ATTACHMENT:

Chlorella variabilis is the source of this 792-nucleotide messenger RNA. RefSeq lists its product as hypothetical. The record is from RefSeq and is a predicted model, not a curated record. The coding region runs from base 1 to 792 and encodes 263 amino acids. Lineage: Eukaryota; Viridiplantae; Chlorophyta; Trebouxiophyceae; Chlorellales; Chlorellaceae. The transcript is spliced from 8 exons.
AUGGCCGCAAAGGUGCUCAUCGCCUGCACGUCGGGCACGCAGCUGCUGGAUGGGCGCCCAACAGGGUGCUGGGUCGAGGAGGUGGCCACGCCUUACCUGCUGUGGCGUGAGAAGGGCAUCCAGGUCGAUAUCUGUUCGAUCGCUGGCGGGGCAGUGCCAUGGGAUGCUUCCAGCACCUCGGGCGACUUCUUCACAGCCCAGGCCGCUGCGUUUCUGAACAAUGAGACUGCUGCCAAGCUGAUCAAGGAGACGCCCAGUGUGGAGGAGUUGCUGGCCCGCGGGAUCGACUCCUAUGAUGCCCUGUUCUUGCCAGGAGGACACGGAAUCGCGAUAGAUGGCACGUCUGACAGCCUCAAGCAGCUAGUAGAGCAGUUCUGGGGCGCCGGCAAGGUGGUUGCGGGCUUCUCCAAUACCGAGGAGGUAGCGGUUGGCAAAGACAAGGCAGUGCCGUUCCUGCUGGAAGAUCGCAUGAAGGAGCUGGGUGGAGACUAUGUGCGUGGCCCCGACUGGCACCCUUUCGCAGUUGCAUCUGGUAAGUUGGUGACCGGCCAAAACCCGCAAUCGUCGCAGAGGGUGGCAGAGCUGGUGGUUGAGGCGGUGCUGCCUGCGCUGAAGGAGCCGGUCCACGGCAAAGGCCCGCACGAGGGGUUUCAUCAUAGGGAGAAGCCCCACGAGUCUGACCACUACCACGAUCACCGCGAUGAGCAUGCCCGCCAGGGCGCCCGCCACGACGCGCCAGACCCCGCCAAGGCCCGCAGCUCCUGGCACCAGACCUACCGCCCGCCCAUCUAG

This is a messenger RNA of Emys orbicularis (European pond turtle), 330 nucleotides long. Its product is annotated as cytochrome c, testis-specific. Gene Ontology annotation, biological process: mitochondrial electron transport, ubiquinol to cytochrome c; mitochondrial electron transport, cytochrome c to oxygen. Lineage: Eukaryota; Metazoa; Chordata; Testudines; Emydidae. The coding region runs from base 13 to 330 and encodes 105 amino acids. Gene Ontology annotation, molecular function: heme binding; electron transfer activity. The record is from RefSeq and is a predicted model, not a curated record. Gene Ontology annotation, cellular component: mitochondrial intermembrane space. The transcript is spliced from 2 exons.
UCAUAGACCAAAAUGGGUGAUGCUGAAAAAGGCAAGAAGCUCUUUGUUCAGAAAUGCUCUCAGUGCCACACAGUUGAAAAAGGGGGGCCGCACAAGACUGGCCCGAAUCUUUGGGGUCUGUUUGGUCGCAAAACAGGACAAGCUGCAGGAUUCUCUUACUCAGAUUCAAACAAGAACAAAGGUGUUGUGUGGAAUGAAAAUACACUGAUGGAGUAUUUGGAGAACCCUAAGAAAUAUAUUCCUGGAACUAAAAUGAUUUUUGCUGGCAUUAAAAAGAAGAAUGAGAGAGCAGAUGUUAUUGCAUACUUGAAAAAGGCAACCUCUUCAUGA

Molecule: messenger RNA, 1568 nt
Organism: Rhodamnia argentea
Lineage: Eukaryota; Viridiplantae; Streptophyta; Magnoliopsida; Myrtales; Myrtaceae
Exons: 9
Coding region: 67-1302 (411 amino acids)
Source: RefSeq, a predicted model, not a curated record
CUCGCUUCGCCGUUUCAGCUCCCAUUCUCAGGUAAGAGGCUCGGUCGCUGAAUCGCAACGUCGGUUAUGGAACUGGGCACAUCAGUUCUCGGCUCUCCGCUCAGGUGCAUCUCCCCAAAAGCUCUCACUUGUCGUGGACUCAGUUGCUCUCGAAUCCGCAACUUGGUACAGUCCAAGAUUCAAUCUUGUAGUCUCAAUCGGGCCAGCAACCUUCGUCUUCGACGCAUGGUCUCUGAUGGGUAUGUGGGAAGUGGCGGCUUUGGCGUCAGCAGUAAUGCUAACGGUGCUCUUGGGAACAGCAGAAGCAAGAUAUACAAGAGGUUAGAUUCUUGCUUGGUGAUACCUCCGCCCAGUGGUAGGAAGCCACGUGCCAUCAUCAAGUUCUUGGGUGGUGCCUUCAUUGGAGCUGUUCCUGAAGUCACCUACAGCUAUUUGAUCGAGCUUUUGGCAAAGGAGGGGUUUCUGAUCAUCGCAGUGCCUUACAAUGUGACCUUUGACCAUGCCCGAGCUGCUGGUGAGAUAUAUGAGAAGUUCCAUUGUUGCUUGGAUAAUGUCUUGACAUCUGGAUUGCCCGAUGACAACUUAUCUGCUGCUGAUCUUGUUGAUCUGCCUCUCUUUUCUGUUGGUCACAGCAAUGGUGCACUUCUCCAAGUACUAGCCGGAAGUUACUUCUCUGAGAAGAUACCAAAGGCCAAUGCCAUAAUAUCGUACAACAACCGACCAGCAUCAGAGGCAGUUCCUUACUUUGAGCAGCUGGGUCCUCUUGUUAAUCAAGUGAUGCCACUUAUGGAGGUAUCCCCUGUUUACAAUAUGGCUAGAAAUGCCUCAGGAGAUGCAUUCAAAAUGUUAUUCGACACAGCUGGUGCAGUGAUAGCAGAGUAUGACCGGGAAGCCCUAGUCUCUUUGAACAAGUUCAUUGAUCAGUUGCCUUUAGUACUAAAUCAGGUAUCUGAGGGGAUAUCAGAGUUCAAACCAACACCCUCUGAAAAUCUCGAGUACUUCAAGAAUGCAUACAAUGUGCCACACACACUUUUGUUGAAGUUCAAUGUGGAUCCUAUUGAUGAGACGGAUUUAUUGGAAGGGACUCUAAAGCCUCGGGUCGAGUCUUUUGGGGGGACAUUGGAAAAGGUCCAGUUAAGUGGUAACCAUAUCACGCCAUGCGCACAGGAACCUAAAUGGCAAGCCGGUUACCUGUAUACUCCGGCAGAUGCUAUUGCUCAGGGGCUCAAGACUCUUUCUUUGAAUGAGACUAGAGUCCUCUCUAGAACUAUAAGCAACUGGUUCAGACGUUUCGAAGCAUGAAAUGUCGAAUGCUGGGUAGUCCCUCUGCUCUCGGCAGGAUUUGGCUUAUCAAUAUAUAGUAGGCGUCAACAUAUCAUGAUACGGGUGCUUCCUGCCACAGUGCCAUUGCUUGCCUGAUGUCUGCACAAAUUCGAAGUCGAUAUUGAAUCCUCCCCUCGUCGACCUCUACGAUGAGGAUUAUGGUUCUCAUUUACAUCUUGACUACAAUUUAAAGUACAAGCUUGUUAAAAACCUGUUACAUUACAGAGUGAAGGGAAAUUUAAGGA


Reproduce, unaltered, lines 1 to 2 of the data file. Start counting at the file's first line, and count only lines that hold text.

Chlorella variabilis is the source of this 792-nucleotide messenger RNA. RefSeq lists its product as hypothetical. The record is from RefSeq and is a predicted model, not a curated record. The coding region runs from base 1 to 792 and encodes 263 amino acids. Lineage: Eukaryota; Viridiplantae; Chlorophyta; Trebouxiophyceae; Chlorellales; Chlorellaceae. The transcript is spliced from 8 exons.
AUGGCCGCAAAGGUGCUCAUCGCCUGCACGUCGGGCACGCAGCUGCUGGAUGGGCGCCCAACAGGGUGCUGGGUCGAGGAGGUGGCCACGCCUUACCUGCUGUGGCGUGAGAAGGGCAUCCAGGUCGAUAUCUGUUCGAUCGCUGGCGGGGCAGUGCCAUGGGAUGCUUCCAGCACCUCGGGCGACUUCUUCACAGCCCAGGCCGCUGCGUUUCUGAACAAUGAGACUGCUGCCAAGCUGAUCAAGGAGACGCCCAGUGUGGAGGAGUUGCUGGCCCGCGGGAUCGACUCCUAUGAUGCCCUGUUCUUGCCAGGAGGACACGGAAUCGCGAUAGAUGGCACGUCUGACAGCCUCAAGCAGCUAGUAGAGCAGUUCUGGGGCGCCGGCAAGGUGGUUGCGGGCUUCUCCAAUACCGAGGAGGUAGCGGUUGGCAAAGACAAGGCAGUGCCGUUCCUGCUGGAAGAUCGCAUGAAGGAGCUGGGUGGAGACUAUGUGCGUGGCCCCGACUGGCACCCUUUCGCAGUUGCAUCUGGUAAGUUGGUGACCGGCCAAAACCCGCAAUCGUCGCAGAGGGUGGCAGAGCUGGUGGUUGAGGCGGUGCUGCCUGCGCUGAAGGAGCCGGUCCACGGCAAAGGCCCGCACGAGGGGUUUCAUCAUAGGGAGAAGCCCCACGAGUCUGACCACUACCACGAUCACCGCGAUGAGCAUGCCCGCCAGGGCGCCCGCCACGACGCGCCAGACCCCGCCAAGGCCCGCAGCUCCUGGCACCAGACCUACCGCCCGCCCAUCUAG